Election records provide a durable record for election accountability. In the U.S., federal election records must be retained for 22 months; state and local elections records generally have shorter retention requirements.
Election records consist of much more than vote results. They also include voter lists (who can vote); participating voter lists (who did vote); vote count reports broken out by type of vote (such as absentee, early, polling place, provisional, and write-in) and by location (precincts or polling places), and within the system are also records of votes by voting machine and batches processed (such as each batch of absentee ballots as they were counted). Election records also include audit logs, inventory lists, and chain of custody documents.
Financial records, contracts, and invoices are also a component of election records, as are surveillance tapes. Because vote results reports originate from databases on memory cards and central tabulators, these databases are also crucial election records. Computerized voting systems produce many types of administrative reports and audit logs, as well as, in most cases, ballot images for each vote cast; these, too, are election records. Though the original copy of computerized records should be preserved on its original media, regulations sometimes interpret retention requirements to mean a copy of the original, rather than the original itself.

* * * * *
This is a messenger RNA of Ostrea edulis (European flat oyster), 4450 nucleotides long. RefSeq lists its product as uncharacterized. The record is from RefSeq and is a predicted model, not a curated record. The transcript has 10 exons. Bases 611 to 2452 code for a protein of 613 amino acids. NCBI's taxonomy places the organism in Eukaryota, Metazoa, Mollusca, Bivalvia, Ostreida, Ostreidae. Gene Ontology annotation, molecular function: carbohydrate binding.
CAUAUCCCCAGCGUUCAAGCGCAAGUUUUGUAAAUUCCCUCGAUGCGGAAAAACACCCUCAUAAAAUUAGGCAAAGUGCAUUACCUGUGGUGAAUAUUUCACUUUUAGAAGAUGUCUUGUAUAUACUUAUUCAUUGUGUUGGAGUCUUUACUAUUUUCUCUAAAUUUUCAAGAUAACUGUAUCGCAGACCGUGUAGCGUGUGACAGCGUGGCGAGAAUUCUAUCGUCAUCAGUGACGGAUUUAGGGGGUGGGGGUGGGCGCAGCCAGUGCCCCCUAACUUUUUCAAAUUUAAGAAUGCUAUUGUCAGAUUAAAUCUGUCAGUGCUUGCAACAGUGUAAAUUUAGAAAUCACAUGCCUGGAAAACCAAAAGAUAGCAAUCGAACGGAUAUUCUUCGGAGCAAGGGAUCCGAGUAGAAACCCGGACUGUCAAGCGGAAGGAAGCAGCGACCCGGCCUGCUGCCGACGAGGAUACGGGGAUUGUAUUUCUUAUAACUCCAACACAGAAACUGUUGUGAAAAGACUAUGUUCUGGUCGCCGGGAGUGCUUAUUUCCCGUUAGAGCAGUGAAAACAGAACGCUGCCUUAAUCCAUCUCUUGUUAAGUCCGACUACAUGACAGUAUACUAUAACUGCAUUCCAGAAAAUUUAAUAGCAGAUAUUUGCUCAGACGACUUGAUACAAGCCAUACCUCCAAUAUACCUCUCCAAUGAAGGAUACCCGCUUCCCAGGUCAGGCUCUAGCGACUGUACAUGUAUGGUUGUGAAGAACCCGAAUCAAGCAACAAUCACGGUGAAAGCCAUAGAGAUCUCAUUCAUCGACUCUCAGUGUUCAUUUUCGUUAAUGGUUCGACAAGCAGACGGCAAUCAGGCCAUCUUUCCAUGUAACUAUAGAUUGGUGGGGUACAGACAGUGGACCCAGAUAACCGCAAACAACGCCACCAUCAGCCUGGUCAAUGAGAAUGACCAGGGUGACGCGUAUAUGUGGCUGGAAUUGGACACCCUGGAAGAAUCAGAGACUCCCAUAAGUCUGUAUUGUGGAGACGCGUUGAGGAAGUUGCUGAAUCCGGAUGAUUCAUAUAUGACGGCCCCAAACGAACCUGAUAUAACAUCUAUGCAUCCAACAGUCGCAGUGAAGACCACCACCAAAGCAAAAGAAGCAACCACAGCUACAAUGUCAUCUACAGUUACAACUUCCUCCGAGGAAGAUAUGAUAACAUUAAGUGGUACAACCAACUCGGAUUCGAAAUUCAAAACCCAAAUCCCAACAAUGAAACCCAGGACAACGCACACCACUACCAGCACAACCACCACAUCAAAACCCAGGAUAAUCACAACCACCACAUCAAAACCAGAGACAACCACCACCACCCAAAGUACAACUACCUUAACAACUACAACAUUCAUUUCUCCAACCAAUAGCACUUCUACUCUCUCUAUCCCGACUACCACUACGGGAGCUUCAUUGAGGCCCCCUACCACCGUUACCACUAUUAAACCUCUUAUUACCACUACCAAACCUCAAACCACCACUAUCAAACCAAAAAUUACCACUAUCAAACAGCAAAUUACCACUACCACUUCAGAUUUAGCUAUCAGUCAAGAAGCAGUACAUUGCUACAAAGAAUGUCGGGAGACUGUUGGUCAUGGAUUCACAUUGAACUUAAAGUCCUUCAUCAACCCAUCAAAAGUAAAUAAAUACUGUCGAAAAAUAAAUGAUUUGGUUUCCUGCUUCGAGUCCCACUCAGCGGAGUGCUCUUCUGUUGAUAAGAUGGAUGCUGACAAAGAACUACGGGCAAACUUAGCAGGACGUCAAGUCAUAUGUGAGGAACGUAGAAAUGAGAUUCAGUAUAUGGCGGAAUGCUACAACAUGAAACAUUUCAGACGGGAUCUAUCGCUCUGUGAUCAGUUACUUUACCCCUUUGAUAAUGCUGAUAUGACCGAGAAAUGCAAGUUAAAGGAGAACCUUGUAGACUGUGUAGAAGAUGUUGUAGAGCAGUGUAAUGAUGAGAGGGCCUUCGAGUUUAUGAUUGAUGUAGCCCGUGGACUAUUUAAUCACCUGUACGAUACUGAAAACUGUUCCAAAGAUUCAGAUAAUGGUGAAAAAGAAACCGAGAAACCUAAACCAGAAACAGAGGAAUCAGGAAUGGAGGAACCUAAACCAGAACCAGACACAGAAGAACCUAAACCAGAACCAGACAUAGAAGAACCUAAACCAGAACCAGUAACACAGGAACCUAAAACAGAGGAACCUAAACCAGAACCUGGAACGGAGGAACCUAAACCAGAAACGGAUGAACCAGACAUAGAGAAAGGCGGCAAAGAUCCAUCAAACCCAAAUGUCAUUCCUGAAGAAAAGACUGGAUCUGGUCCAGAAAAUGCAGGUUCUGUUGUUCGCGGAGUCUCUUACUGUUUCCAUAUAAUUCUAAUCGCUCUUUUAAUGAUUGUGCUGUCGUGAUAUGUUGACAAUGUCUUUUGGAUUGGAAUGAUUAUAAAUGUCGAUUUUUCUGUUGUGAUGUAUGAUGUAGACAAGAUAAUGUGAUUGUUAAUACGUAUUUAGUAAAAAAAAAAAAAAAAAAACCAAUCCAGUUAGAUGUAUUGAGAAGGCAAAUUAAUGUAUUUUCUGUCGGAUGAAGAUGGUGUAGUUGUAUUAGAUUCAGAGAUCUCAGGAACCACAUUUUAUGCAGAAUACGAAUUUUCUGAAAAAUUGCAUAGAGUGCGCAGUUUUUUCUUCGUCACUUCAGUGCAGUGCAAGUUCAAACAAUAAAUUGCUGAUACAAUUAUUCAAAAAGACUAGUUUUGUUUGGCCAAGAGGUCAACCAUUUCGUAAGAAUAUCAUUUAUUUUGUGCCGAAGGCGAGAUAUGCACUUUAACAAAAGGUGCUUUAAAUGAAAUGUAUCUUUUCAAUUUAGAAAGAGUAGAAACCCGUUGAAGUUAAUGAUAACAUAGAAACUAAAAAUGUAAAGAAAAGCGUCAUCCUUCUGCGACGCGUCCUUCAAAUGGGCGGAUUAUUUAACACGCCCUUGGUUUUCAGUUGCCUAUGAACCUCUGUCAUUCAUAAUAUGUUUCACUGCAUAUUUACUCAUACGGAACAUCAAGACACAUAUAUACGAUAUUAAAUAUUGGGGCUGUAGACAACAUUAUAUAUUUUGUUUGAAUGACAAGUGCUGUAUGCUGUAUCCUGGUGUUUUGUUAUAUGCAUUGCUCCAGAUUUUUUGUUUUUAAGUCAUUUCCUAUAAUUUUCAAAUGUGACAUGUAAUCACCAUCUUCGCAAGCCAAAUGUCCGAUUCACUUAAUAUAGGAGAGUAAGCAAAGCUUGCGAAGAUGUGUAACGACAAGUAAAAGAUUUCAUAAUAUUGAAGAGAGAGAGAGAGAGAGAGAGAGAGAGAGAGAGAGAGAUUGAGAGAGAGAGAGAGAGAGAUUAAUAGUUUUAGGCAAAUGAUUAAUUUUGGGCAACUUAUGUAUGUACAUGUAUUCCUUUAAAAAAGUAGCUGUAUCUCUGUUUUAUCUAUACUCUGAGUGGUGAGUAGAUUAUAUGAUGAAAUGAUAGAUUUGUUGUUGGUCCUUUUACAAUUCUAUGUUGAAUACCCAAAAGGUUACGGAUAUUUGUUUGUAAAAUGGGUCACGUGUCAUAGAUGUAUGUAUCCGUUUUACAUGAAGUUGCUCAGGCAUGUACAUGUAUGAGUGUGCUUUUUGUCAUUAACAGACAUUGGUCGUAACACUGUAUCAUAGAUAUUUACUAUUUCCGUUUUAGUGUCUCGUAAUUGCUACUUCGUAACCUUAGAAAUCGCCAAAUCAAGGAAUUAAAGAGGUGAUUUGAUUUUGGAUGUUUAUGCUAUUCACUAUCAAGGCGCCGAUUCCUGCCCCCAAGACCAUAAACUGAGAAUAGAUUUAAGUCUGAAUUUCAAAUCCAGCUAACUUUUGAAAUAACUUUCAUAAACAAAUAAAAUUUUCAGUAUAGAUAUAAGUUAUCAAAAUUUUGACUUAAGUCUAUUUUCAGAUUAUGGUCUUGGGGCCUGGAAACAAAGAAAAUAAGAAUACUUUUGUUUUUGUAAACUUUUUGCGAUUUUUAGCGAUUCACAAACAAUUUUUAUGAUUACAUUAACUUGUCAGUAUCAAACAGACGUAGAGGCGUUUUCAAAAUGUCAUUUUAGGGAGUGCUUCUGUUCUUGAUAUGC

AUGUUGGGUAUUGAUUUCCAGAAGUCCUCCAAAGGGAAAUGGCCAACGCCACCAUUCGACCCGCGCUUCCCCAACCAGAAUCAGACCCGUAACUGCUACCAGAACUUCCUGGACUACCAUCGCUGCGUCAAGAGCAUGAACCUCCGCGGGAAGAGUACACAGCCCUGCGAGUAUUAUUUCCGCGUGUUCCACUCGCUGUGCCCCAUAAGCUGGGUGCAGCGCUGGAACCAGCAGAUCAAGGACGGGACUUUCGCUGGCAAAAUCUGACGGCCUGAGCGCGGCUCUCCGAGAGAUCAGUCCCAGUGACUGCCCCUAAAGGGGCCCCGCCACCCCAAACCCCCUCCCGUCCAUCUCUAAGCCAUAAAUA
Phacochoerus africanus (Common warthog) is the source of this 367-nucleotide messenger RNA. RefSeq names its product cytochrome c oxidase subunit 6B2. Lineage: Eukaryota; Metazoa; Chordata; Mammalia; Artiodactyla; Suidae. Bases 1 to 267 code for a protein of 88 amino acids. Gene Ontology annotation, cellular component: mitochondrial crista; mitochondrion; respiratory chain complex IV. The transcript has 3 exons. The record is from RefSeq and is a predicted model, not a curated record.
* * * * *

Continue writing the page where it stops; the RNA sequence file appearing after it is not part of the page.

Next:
Public right to inspection of election records is not consistently enforced, even though citizens’ ability to examine election records is necessary for elections to be accountable to the public.
ITEMS RELATED TO ELECTION RECORDS:
2016-11-18 – Audits or Fraudits? – Gives pointers for catching sham audits or spot checks of election records
2008-09-25 (AL) – State tries to charge $28,000 for voter list – a state election official obstructs access to a record crucial to election integrity by charging $28,000 for a record that should cost about $25
2008/01/07 – New Hampshire election credibility – Video: New Hampshire House Elections Committee hears testimony by computer expert Harri Hursti regarding the ease of tampering with election records, specifically the poll tape (voting machine results tape).
11/04/2006 – Texas: Williamson County: ES&S voting machines miscount – Williamson County elections lacks records (ballots) needed to verify that counts are correct, while stating that results are correct following two miscounts in a row during testing.